For years, I have dreamed of the perfect agency-client relationship where all the departments responsible for communication speak to each other and coordinate efforts to a single clear goal. It doesn’t always happen; otherwise we wouldn’t hear so much about “breaking down silos.” Something we have also learned is that the various agencies need to be brought into a unified planning strategy. Therefore, we work with Monster’s PR, branding, advertising, media buying, and any other outside agencies along with the larger internal communications people to coordinate long -term efforts and larger campaigns. It’s essential, and I fear that not every company thinks that way. The pain of coordinating so many moving parts (and squeezing too many people into a conference room) pays off on the other end

We Put Tools Last, But You Knew We’d Do That (Right?)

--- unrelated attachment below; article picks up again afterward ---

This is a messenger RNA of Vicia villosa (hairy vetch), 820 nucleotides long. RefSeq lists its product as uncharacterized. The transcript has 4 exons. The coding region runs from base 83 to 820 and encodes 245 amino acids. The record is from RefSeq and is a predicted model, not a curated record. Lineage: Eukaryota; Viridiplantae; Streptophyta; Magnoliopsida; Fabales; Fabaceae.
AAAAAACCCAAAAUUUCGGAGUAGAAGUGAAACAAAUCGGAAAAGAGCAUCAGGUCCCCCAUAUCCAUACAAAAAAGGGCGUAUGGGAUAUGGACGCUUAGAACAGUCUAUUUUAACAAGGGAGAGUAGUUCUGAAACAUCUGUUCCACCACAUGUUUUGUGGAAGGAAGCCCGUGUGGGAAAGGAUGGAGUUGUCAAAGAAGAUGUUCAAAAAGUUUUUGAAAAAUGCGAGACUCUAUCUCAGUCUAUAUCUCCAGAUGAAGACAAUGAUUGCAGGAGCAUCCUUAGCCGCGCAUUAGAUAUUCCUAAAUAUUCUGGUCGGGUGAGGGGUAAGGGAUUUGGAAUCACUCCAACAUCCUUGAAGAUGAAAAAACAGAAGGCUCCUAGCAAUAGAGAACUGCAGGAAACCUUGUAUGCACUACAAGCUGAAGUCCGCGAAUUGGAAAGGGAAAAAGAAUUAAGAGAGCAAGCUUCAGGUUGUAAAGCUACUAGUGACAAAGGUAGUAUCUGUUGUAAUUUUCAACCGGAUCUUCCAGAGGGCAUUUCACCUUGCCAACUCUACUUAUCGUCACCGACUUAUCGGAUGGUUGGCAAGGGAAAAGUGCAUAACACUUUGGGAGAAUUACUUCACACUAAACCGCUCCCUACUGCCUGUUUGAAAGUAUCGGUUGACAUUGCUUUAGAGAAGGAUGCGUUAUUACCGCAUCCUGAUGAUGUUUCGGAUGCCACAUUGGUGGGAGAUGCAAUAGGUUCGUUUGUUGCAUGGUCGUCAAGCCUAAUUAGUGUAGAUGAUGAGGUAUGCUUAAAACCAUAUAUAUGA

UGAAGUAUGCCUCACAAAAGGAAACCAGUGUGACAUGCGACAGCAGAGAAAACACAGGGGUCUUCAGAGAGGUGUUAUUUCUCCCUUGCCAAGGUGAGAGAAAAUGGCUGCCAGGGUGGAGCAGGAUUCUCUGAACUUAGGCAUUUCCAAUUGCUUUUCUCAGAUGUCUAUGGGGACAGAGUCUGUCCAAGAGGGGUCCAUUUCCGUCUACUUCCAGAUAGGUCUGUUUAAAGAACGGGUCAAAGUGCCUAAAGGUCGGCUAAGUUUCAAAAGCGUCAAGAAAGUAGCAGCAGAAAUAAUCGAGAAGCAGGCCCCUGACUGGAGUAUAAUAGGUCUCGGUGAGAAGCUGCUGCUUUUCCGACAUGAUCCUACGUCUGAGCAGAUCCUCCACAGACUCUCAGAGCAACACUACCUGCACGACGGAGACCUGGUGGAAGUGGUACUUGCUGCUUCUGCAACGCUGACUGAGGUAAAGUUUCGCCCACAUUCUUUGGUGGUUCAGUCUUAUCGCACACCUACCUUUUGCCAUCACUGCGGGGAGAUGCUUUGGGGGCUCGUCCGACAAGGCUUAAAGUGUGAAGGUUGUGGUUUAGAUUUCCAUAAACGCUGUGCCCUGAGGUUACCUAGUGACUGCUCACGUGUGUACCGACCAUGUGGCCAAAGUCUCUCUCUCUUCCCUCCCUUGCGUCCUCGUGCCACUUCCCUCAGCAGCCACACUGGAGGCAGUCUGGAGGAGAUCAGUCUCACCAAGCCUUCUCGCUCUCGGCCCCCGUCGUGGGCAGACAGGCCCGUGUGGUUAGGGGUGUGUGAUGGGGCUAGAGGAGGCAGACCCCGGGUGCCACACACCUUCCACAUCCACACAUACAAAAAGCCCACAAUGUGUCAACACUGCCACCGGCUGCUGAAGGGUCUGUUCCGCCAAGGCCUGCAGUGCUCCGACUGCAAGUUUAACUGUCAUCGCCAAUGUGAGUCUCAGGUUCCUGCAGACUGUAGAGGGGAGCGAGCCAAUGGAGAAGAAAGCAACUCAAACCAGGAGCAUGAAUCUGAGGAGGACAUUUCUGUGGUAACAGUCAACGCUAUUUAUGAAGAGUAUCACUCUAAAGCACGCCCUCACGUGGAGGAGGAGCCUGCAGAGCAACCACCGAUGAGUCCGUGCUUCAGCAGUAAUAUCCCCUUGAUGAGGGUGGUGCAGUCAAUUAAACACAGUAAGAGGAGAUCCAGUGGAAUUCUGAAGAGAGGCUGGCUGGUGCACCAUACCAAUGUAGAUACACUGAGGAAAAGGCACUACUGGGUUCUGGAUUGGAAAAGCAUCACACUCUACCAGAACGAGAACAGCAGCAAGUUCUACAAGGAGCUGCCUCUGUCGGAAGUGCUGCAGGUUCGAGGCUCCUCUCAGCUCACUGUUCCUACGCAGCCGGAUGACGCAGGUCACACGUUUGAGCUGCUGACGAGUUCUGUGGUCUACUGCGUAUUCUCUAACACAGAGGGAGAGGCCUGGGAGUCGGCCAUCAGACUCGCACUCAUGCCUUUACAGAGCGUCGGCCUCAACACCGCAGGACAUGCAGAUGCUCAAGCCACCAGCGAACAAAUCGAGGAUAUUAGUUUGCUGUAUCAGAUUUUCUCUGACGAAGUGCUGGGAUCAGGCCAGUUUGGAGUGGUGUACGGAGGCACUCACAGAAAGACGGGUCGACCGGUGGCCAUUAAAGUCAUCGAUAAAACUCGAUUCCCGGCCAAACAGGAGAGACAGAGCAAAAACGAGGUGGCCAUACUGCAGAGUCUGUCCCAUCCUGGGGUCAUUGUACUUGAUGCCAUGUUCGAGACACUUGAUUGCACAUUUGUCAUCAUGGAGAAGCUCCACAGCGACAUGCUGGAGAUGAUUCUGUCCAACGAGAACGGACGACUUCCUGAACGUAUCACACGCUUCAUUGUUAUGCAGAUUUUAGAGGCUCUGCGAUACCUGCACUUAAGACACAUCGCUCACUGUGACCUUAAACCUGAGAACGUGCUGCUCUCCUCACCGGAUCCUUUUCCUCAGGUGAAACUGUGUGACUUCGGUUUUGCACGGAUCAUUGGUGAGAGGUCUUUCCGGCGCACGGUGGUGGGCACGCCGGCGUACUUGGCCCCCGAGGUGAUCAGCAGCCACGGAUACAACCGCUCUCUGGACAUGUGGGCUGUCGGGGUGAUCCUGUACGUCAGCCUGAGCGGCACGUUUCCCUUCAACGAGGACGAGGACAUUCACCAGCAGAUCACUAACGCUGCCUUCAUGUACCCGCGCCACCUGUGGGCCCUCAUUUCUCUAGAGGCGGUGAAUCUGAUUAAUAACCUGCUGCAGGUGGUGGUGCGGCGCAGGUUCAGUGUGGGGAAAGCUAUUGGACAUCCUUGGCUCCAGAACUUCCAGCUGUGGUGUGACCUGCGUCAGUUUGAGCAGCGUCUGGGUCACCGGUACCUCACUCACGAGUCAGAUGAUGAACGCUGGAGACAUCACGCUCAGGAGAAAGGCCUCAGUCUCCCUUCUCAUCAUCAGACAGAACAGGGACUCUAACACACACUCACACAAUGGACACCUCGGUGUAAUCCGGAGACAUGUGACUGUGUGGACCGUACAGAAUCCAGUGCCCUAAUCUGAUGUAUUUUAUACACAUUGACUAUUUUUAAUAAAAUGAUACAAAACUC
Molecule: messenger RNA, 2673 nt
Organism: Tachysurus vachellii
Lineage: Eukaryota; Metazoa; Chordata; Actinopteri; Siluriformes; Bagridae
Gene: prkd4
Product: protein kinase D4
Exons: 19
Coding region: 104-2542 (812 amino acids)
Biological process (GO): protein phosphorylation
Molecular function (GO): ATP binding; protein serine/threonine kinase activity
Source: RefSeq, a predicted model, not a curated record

The time we spend on tools is disproportionate to t their importance to the strategy. We need them, but only after we know what, why and how we are doing. We feel one of the agency’s jobs is to know what wew can about tools so we can:

  • Recommend the best tools for the job
  • Know how to use the tools- not every client uses the same systems
  • Be able to recommend and jump in with the various “point solutions” on a short-term basis when needed for quick turnarounds

Tools are in their place.

Illustrating the system as “complex” is not the same as saying it is too “complicated.” It was a pleasure for us to talk together in front of a crowd of peers and validate our approach to content publishing.

 

About the Author
Doug Haslam is a Supervisor on the Voce Connect Client Services team, managing client programs and developing strategy. In addition to Voce Nation, Doug writes his own personal blog and you can find him on Twitter as @dough.

Filed in Publishing Programs

February 21st, 2012

“New” Rules of Content Marketing; Not So New, and Other Thoughts